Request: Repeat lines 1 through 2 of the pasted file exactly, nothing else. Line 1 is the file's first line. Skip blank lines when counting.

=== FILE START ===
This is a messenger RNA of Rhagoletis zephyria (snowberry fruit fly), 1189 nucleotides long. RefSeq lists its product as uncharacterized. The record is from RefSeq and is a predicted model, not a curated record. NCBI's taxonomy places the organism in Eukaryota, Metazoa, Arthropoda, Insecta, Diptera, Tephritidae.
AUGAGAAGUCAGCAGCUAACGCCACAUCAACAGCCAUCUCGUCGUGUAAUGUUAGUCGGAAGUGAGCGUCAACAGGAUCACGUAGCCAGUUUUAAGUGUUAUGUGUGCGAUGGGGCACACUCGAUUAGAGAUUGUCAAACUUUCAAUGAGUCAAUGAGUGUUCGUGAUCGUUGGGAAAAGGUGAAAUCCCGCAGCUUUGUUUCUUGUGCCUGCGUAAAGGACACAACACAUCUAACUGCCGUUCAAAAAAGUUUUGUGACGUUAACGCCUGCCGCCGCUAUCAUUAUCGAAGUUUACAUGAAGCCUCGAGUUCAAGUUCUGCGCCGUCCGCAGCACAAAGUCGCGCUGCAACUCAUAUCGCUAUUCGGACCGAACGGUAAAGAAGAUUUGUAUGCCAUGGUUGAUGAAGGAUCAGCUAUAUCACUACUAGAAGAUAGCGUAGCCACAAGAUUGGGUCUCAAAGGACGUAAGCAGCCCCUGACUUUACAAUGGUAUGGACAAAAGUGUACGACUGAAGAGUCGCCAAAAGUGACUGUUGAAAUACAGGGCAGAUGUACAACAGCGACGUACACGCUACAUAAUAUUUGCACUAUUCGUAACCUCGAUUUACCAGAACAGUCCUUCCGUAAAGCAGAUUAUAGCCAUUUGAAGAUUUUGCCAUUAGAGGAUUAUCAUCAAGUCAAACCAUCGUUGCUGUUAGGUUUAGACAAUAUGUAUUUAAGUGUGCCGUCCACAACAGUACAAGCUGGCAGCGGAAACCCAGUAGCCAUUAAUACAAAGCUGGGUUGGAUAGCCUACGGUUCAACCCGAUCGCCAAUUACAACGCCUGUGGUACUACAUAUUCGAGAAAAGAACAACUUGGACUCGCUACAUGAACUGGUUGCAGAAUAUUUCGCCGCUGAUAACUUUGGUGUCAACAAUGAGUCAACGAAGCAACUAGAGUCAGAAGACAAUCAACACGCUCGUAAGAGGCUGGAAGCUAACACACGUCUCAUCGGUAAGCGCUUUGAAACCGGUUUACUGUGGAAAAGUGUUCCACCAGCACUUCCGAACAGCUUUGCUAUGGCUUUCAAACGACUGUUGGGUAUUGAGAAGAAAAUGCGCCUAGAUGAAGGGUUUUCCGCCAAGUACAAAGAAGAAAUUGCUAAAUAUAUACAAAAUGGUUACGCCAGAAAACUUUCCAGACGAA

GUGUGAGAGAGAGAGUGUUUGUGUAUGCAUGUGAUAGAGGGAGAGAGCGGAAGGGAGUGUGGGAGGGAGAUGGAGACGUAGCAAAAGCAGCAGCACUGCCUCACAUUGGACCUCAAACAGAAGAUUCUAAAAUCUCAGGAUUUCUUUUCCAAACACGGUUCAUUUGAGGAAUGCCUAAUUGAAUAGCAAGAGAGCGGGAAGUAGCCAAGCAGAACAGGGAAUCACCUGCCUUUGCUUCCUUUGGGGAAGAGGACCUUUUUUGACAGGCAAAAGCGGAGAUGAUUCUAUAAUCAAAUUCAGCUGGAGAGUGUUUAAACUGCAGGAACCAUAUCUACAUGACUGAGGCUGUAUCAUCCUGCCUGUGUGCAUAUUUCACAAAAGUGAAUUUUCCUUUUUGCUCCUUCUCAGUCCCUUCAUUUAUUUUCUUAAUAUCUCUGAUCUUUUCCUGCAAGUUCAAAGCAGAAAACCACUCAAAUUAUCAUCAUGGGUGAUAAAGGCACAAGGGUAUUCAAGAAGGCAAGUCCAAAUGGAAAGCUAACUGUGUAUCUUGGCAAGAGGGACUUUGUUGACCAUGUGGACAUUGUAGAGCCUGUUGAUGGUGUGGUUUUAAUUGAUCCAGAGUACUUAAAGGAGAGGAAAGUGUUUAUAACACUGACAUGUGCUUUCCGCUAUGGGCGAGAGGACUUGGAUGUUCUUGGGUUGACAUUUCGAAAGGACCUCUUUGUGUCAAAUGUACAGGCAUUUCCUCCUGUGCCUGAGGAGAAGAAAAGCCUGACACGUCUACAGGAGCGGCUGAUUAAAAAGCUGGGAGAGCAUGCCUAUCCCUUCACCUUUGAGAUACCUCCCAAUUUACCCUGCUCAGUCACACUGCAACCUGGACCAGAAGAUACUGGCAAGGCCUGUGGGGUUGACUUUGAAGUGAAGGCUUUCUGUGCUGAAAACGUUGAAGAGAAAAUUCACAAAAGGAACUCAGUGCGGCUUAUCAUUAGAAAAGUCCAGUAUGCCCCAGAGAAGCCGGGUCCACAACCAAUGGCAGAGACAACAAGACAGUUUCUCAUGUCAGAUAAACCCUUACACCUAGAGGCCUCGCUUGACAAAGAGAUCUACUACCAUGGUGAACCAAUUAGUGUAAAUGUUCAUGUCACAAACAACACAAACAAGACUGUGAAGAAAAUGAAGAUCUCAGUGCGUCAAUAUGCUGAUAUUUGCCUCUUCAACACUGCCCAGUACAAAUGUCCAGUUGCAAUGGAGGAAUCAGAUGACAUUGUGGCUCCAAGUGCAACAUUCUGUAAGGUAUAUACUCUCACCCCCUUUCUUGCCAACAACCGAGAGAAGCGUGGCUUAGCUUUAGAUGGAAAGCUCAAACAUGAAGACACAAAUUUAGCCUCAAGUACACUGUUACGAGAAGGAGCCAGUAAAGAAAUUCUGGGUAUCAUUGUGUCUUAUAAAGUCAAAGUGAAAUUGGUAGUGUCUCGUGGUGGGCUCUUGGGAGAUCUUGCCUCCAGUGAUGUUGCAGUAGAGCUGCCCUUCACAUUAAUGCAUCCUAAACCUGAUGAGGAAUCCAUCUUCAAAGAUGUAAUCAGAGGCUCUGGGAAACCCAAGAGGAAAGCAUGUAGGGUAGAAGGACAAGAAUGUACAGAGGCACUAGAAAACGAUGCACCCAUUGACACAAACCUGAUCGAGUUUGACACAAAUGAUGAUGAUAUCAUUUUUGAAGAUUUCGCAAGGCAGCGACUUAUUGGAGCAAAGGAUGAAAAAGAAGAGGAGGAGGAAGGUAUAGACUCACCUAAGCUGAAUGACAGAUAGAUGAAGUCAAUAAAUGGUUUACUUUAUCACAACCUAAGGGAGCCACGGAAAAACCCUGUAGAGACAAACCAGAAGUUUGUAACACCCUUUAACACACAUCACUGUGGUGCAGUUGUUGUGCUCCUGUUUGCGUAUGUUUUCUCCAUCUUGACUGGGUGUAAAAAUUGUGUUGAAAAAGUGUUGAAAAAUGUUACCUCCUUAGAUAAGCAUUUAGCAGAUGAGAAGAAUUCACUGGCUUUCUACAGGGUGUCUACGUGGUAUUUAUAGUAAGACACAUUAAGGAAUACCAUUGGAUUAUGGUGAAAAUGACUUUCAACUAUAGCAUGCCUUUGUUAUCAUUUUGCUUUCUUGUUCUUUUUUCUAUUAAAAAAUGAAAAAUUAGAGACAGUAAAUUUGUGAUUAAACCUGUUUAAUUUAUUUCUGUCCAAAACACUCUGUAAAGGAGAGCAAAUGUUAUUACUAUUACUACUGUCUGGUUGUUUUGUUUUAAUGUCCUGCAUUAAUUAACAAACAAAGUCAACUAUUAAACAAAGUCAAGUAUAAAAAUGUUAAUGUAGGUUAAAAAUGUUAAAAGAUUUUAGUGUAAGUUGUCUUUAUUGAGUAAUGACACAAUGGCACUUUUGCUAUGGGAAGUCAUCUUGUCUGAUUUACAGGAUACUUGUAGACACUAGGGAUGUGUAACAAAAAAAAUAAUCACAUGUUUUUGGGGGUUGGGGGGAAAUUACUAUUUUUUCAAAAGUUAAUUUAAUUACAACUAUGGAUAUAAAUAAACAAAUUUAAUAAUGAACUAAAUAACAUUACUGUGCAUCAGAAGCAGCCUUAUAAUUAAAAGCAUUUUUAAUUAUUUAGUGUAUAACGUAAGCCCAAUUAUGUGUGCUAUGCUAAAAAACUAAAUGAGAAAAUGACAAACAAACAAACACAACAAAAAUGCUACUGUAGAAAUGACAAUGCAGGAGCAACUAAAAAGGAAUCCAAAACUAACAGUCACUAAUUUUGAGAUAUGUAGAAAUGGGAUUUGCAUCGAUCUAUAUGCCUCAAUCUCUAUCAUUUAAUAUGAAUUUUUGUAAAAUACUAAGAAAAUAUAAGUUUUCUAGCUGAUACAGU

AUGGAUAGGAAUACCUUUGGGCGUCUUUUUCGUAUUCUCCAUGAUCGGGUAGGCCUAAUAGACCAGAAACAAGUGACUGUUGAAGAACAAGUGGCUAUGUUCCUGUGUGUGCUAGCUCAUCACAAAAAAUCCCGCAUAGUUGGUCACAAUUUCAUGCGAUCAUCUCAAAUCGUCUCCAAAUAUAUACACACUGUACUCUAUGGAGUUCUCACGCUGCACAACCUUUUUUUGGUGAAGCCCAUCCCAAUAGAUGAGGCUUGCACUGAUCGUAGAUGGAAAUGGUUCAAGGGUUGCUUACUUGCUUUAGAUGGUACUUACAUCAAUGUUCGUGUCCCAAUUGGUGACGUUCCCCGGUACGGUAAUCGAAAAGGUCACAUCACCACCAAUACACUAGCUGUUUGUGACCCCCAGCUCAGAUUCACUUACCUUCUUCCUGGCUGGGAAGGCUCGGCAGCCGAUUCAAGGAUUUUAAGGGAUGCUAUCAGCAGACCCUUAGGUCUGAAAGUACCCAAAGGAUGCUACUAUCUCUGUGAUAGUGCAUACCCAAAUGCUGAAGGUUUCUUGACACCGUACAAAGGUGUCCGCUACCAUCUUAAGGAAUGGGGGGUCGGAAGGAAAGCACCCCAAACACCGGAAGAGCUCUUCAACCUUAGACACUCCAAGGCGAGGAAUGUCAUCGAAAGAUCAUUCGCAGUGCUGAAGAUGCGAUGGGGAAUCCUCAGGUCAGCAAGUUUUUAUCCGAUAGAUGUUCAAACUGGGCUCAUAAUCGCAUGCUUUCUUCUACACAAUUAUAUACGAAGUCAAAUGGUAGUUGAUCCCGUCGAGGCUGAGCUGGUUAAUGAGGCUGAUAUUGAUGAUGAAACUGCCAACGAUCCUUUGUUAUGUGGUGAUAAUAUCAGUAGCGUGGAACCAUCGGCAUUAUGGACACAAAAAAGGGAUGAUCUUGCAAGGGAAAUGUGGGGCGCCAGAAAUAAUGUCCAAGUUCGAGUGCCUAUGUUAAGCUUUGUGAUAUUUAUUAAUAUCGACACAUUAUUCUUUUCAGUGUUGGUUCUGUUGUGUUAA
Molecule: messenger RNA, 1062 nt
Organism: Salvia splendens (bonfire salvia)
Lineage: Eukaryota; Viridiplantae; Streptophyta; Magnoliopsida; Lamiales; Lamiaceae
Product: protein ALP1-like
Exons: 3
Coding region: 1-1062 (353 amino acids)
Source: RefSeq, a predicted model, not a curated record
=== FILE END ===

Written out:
This is a messenger RNA of Rhagoletis zephyria (snowberry fruit fly), 1189 nucleotides long. RefSeq lists its product as uncharacterized. The record is from RefSeq and is a predicted model, not a curated record. NCBI's taxonomy places the organism in Eukaryota, Metazoa, Arthropoda, Insecta, Diptera, Tephritidae.
AUGAGAAGUCAGCAGCUAACGCCACAUCAACAGCCAUCUCGUCGUGUAAUGUUAGUCGGAAGUGAGCGUCAACAGGAUCACGUAGCCAGUUUUAAGUGUUAUGUGUGCGAUGGGGCACACUCGAUUAGAGAUUGUCAAACUUUCAAUGAGUCAAUGAGUGUUCGUGAUCGUUGGGAAAAGGUGAAAUCCCGCAGCUUUGUUUCUUGUGCCUGCGUAAAGGACACAACACAUCUAACUGCCGUUCAAAAAAGUUUUGUGACGUUAACGCCUGCCGCCGCUAUCAUUAUCGAAGUUUACAUGAAGCCUCGAGUUCAAGUUCUGCGCCGUCCGCAGCACAAAGUCGCGCUGCAACUCAUAUCGCUAUUCGGACCGAACGGUAAAGAAGAUUUGUAUGCCAUGGUUGAUGAAGGAUCAGCUAUAUCACUACUAGAAGAUAGCGUAGCCACAAGAUUGGGUCUCAAAGGACGUAAGCAGCCCCUGACUUUACAAUGGUAUGGACAAAAGUGUACGACUGAAGAGUCGCCAAAAGUGACUGUUGAAAUACAGGGCAGAUGUACAACAGCGACGUACACGCUACAUAAUAUUUGCACUAUUCGUAACCUCGAUUUACCAGAACAGUCCUUCCGUAAAGCAGAUUAUAGCCAUUUGAAGAUUUUGCCAUUAGAGGAUUAUCAUCAAGUCAAACCAUCGUUGCUGUUAGGUUUAGACAAUAUGUAUUUAAGUGUGCCGUCCACAACAGUACAAGCUGGCAGCGGAAACCCAGUAGCCAUUAAUACAAAGCUGGGUUGGAUAGCCUACGGUUCAACCCGAUCGCCAAUUACAACGCCUGUGGUACUACAUAUUCGAGAAAAGAACAACUUGGACUCGCUACAUGAACUGGUUGCAGAAUAUUUCGCCGCUGAUAACUUUGGUGUCAACAAUGAGUCAACGAAGCAACUAGAGUCAGAAGACAAUCAACACGCUCGUAAGAGGCUGGAAGCUAACACACGUCUCAUCGGUAAGCGCUUUGAAACCGGUUUACUGUGGAAAAGUGUUCCACCAGCACUUCCGAACAGCUUUGCUAUGGCUUUCAAACGACUGUUGGGUAUUGAGAAGAAAAUGCGCCUAGAUGAAGGGUUUUCCGCCAAGUACAAAGAAGAAAUUGCUAAAUAUAUACAAAAUGGUUACGCCAGAAAACUUUCCAGACGAA